- Korea’s January exports decrease 5.8 percent to $46.4 billion 2019-02-01
The Ministry of Trade, Industry and Energy announced on February 1 that Korea’s exports in January decreased 5.8 percent to USD 46.4 billion compared to the same period last year.
Its imports also slipped 1.7 percent to $45.0 billion, but its trade balance remained positive at $1.3 billion, making the country a net exporter for 84 consecutive months.
Exports last month were affected by many external factors such as the U.S.-China trade dispute and the falling prices of semiconductors and oil.
Moreover, the slowdown in exports was mostly caused by an economic cycle. Export volumes stayed robust, but the prices of export items went down.
Some of major export items, including automobiles, posted growth, and it is expected that exports will improve in the second half of this year because the prices of semiconductors and oil are forecast to rise.
Regarding Korea’s January exports, Trade, Industry and Energy Minister Sung Yun-mo stated that although export conditions are not favorable, the Ministry will put utmost effort in revitalizing the country’s exports.
Among the country’s 13 major export items, exports of general machinery, steel, automobiles, and auto parts expanded while those of the remaining nine items, including semiconductors, petrochemicals, and petroleum products, contracted.
Exports of semiconductors went down 23.3 percent to $7.4 billion due to falling prices and the tech industry’s delayed investment in data centers.
Those of petroleum products and petrochemicals dropped 4.8 percent to $3.5 billion and 5.3 percent to $4.0 billion, respectively. A sharp decrease in oil prices that started in October last year affected the prices of petroleum products and petrochemicals.
Even though the export value of petrochemicals decreased, their export volume increased 5.3 percent. However, in the case of petroleum products, their exports fell in both value and volume terms.
On the other hand, new promising export items such as secondary batteries and organic light-emitting diodes (OLEDs) posted growth.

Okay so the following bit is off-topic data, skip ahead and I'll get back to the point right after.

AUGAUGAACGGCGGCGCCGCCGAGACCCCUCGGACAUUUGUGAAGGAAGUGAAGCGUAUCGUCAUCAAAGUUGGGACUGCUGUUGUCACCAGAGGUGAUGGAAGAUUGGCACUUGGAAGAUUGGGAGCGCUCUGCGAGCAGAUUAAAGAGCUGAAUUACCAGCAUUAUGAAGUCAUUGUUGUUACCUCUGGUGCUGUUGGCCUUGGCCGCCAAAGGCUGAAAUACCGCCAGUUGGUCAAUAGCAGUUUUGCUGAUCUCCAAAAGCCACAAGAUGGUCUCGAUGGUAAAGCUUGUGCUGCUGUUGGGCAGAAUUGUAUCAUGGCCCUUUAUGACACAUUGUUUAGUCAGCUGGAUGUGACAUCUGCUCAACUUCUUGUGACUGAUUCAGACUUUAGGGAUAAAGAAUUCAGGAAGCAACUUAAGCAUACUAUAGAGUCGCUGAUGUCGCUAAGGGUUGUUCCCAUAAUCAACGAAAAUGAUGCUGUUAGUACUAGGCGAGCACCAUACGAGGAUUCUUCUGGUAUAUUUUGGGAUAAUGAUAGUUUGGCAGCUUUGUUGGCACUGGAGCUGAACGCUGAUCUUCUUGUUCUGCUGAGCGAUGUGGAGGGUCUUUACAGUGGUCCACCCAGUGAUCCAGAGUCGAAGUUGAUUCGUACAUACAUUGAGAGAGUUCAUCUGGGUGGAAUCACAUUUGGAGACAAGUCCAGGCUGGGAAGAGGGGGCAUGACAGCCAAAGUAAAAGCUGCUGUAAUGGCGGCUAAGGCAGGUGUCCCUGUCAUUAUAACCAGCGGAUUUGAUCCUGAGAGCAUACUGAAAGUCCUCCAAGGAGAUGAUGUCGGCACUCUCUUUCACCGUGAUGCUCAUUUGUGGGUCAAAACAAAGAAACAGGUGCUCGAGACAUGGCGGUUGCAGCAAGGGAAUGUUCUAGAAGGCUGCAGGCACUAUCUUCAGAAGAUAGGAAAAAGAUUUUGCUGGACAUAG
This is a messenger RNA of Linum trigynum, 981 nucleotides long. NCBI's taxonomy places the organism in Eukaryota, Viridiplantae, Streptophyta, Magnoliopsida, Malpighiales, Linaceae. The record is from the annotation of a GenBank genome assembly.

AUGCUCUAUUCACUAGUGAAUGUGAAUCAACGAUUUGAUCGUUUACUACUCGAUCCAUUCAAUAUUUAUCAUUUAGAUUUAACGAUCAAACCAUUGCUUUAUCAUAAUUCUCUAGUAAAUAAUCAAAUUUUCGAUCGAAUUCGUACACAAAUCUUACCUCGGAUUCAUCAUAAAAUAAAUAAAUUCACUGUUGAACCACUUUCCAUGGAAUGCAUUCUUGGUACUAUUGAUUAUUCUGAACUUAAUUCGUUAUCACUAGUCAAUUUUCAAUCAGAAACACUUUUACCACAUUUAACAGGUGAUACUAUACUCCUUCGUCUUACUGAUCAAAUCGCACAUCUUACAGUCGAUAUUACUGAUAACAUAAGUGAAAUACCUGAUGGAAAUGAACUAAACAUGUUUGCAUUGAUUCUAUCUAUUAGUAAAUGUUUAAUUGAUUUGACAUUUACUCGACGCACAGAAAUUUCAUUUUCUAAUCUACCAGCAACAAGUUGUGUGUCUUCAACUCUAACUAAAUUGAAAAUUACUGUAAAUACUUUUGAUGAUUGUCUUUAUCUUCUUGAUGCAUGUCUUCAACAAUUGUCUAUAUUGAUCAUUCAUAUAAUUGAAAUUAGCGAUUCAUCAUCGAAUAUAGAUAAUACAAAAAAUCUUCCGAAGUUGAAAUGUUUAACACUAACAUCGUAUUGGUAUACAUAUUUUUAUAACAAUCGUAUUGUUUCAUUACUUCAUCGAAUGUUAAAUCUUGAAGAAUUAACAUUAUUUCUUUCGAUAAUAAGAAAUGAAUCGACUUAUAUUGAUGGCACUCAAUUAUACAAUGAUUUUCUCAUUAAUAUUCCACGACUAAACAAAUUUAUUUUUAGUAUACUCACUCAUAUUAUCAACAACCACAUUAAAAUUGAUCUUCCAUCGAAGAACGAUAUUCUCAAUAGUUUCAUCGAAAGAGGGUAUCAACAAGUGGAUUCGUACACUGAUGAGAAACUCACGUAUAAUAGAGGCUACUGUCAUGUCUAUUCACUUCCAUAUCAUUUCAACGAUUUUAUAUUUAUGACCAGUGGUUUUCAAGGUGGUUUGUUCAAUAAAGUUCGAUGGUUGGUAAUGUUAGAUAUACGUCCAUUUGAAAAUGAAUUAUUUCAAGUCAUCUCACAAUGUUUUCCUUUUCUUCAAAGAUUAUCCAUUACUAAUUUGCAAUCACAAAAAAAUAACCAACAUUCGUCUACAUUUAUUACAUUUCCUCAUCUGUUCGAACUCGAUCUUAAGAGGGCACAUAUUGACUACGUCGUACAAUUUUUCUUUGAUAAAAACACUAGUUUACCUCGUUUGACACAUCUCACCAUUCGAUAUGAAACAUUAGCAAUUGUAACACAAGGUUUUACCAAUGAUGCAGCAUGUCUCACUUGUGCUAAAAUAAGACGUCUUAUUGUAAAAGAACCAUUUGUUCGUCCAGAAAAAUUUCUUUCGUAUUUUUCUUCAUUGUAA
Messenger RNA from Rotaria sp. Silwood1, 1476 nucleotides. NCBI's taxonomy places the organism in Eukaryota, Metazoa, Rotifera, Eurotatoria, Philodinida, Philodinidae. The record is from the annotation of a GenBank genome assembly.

Outbound shipments of secondary batteries jumped 14.5 percent to $660 million, posting growth for three consecutive years. This is attributable to increased sales to electric-car makers and growing demand for energy storage systems (ESSs) related to renewables.
Those of OLEDs recorded a double-digit growth of 12.8 percent to $799 million thanks to increasing demand for large panels and mobile phones. Rising OLED prices also contributed to the expansion.
Exports of electric vehicles soared 184.7 percent to $280 million because of growing demand caused by technological innovation, strengthened environmental regulations, and newly introduced models.
By region, exports to China contracted, but those to other export destinations such as the U.S. and the EU expanded. In particular, shipments to the U.S., the EU, India, and the Commonwealth of Independent States (CIS) grew at double-digit rates.
Exports to the Association of Southeast Asian Nations (ASEAN) gained 6.4 percent to $8.9 billion as a result of increased shipments of computers, automobiles, and auto parts. Improved exports of ships also contributed to growth.
Those to the U.S. increased 20.4 percent to $6.2 billion on the back of automobiles, auto parts, general machinery, and semiconductors.
Shipments to the EU grew 11.9 percent to $5.0 billion due to increased exports of automobiles, auto parts, ships, and petroleum products.
The value of Korean goods shipped to India climbed up 17.1 percent to $1.4 billion, led by general machinery, steel, petroleum products, and semiconductors.
Exports to the CIS jumped 44.3 percent to $1.1 billion mainly because of automobiles, auto parts, general machinery, and semiconductors.
Meanwhile, exports to China decreased 19.1 percent to $10.8 billion mainly due to falling sales of semiconductors, general machinery, petroleum products, and wireless communication devices.